3. Acquire mass spectra covering mass range between 100 and 1500 m/z with resolution set to 25,000 and loading time restricted to 100 ms. Set AGC target to 1e6, capillary voltage to 3kV with a sheath gas flow and auxiliary gas value of 60 and 20, respectively. Set capillary temperature to 250 °C and skimmer voltage to 25V.

9. Processing of Metabolomics Data

  1. Process collected chromatograms acquired from both ionization modes. Use software to extract mass to charge ratio (m/z), retention time (RT) and intensity of associated peaks, e.g., commercial software (see Table of Materials) or alternative24.
    1. Start processing software by double-clicking the .exe file
    2. Create new workflow, search for activity “Load from File” and move this activity by “drag and drop” into the blank workflow space. Press the activity with the right mouse button and open settings of the activity.
      1. In the tab containing “General” settings, set a name of the experiment in “Name” field and next click “Select files and folders” and mark raw chromatograms.
      2. In the tab containing “Advanced” settings, set “Profile Data Cutoff” to 0 intensity. Click “Apply” and “OK”.
    3. Search for and add activity “Data Sweep”. Press the activity with the right mouse button and open settings of the activity.
      1. In the tab containing “General” settings, mark “Centroid data” and “MS/MS Data”. Remove all MS/MS data by selecting “Everything” in the selection panel.
    4. Search for and add the activity “Chromatogram Chemical Noise Subtraction”. Press the activity with the right mouse button and open settings of the activity.
      1. In the tab containing “General” settings, mark “Chromatogram Smoothing” and set number of scans to “3” and “Estimator” to “Moving average”. Set “RT Window” to 51 scans, “Quantile” to 50%, Subtraction “Method” and 750 Intensity “Threshold”.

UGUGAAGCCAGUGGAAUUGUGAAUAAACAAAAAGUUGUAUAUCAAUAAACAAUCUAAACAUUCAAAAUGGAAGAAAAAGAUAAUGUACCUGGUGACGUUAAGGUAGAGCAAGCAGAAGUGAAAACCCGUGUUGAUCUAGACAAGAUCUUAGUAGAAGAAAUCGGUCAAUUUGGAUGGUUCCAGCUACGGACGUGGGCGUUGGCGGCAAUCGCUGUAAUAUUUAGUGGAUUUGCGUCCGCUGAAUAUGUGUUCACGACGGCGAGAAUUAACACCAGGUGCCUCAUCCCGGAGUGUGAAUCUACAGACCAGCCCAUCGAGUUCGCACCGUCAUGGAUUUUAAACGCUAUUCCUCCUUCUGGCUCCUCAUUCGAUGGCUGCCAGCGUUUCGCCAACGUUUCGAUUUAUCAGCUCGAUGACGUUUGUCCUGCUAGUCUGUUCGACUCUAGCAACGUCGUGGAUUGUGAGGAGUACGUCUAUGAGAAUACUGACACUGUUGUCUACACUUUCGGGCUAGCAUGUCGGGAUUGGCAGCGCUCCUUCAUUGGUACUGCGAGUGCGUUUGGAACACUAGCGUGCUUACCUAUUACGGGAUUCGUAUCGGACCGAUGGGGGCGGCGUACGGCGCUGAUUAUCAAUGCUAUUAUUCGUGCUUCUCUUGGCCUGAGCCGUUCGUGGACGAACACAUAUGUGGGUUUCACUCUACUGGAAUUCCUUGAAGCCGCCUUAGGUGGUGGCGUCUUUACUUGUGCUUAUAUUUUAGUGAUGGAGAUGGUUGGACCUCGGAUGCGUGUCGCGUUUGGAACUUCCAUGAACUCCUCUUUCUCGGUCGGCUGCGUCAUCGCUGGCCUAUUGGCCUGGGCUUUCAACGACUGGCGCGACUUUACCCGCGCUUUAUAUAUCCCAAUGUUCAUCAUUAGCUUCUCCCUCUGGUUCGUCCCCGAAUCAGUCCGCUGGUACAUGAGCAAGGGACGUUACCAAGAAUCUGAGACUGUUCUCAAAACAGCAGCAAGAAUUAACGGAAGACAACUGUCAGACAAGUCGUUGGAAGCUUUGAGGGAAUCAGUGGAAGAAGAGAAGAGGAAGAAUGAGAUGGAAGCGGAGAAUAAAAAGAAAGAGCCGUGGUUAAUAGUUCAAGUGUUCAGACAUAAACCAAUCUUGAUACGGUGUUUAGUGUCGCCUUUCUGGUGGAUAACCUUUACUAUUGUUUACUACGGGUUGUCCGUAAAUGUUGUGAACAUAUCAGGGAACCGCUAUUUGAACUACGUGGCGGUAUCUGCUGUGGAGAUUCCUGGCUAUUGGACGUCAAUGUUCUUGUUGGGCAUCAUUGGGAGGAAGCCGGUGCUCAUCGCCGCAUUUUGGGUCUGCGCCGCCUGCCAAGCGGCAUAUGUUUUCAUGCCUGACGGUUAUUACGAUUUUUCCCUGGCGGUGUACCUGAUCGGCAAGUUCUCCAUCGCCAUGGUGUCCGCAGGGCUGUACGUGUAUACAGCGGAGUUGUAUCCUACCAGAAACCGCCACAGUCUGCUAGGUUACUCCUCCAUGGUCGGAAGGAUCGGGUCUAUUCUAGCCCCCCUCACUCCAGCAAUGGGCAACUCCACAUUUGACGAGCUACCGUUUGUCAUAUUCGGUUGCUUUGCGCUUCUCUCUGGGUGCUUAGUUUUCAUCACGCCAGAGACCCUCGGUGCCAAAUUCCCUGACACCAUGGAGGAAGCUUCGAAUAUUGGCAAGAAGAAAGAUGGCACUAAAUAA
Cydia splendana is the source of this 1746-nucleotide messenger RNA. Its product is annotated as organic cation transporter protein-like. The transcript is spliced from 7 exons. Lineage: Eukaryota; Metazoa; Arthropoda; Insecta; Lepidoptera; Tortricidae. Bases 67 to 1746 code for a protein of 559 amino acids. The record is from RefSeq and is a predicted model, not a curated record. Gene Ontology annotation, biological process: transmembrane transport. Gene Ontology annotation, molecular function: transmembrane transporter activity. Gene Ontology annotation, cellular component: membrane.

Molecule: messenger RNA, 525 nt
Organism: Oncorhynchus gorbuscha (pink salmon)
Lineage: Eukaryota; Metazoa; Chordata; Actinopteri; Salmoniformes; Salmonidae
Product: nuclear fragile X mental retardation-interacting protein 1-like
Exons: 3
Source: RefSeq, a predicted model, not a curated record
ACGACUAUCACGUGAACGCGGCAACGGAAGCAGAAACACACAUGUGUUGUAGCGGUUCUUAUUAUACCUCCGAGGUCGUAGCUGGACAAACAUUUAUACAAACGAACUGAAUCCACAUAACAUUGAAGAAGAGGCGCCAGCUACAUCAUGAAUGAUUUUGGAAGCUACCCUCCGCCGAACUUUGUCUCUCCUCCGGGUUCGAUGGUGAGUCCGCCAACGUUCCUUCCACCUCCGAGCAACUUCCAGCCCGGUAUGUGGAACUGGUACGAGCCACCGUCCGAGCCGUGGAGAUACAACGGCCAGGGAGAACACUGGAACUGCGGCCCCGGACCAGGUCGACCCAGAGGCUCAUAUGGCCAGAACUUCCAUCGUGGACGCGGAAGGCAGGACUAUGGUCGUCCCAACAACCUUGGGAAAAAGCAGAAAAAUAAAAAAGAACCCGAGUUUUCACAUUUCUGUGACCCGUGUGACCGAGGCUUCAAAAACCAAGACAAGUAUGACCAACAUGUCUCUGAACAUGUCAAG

2. In the tab containing “Advanced” settings, mark “RT Structure Removal” and set “Minimum RT Length” to 5 scans.
      3. In the tab containing “Advanced” settings, mark “m/z Structure Removal” and set “Minimum m/z Length” to 3 points.
    5. Search for and add the activity “Chromatogram RT Alignment”. Press the activity with the right mouse button and open settings of the activity.
      1. In the tab containing “General” settings, set “Alignment Scheme” to “Pairwise Alignment Base Tree” and “RT Search Interval” to 0.5 min.
      2. In the tab containing “Advanced” settings, use default parameters.
    6. Search for and add the activity “Peak Detection” in “Chromatogram” group of activities. Press the activity with the right mouse button and open settings of the activity.
      1. In the tab containing “General” settings, set “Summation Window” to 0.09 min, “Minimum Peak Size” to 0.03 min, “Maximum Merge Distance” to 5 points and “Merge Strategy” to “Centers”. In the “Peak RT Splitting” box set “Gap/Peak Ratio” to 50%.
      2. In the tab containing “Advanced” settings, set “Smoothing Window” to 5 points, “Refinement Threshold” to 80% and “Consistency Threshold” to 1. Set “Center Computation” as “Intensity-weighted” with “Intensity Threshold” set at 70%.
    7. Search for and add the activity “Isotope Clustering” in “Chromatogram” group of activities. Press the activity with the right mouse button and open settings of the activity.
      1. In the tab containing “General” settings, set “RT tolerance” to 0.015 min and “m/z Tolerance” to 5 ppm.
      2. In the tab containing “Envelope fitting” settings, set “Method” as “No Shape Restriction” and “Ionization” as “Protonation (for positive mode) and “Deprotonation” (for negative mode). Set “Minimum and Maximum charge” to 1 and 4, respectively.
      3. In the tab containing “Advanced” settings, use default parameters.
    8. Search for and add activity “Singleton Filter”.
    9. To export results of data processing, search for and add the activity “Analyst” in “Export” group of activities.
      1. In the tab containing “General” settings, set “Type” as “Clusters” and “Observable” as “Summed Intensity”. Choose “Custom Destination” and specify directory of export file.
      2. In the tab containing “Advanced” settings, use default parameters.
  2. Annotate mass features using in-house reference-compound database.
    1. Analyze one or multiple MS grade reference-compound using UPLC-MS. Use the same LC-MS method for analysis of reference-compounds and metabolites co-purified with protein of interest.
      Note: For this study, a set of almost 300 dipeptides was analyzed and used as reference-compound library.
    2. Use analysis (see Table of Materials) software to open raw chromatogram file and search for specific m/z and RT associated with measured reference-compound (see User Guide).
      Note: Secondary metabolites differ in types of ionization. Check for the presence of the common adducts by searching for ion mass equal to M-1.007276, M+1.007276, M+18.033823 and M+22.989218 for [M-H], [M+H], [M+NH4] and [M+Na], respectively.